People engage in prosocial behaviors/judgments relating to actions which are helpful to others. We are also encouraged by non-profit organizations and governments to help those in need by donating money or volunteering time using multiple contextual cues. They are often intended to promote compassion, empathy, and social connectedness. Given its importance in real life, prosocial decision making has become an active domain of interdisciplinary research spanning psychology, economics, neuroscience, sociology, philosophy, and political science (Oppenheimer and Olivola, 2010).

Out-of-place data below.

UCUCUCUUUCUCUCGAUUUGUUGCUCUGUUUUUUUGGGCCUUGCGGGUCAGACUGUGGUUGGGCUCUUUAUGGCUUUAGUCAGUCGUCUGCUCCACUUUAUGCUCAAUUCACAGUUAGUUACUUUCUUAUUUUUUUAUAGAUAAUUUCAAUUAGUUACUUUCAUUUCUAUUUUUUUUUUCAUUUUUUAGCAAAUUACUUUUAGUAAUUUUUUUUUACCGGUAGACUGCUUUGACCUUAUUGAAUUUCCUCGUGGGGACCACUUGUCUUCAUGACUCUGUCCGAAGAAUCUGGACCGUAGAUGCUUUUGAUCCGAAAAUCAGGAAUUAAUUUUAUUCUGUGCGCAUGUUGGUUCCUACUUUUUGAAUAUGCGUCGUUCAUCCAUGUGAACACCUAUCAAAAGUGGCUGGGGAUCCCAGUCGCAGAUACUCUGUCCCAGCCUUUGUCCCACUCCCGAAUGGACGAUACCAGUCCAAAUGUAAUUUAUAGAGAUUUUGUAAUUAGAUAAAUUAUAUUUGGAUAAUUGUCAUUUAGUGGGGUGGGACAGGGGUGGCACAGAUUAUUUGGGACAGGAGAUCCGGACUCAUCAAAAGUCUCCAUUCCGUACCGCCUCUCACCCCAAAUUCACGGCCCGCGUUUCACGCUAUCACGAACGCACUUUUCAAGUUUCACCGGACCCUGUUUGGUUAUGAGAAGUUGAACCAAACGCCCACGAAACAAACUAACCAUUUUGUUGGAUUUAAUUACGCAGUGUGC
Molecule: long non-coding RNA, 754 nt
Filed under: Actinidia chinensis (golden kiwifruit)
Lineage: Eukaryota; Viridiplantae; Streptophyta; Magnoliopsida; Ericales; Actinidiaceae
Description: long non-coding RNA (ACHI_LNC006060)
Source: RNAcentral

Many prosocial behaviors are complex decisions where explicit gains for the giver may not exist. Although multiple factors modulate donation decisions, fundamental cognitive processes, or mechanisms involved in such decisions have not been investigated extensively.A significant number of studies have looked at the effect of contextual factors like awe (Rudd et al., 2012), hunger(Briers et al., 2006), and happy moods (Anik et al., 2009) on prosocial appeals. However, we need to identify and understand domain-generic cognitive processes that could underlie a large number of contextual factors. In this research, we suggest and investigate one such domain-generic process – attentional scope linked with content-free perceptual styles of global-local processing (Friedman and Förster, 2010).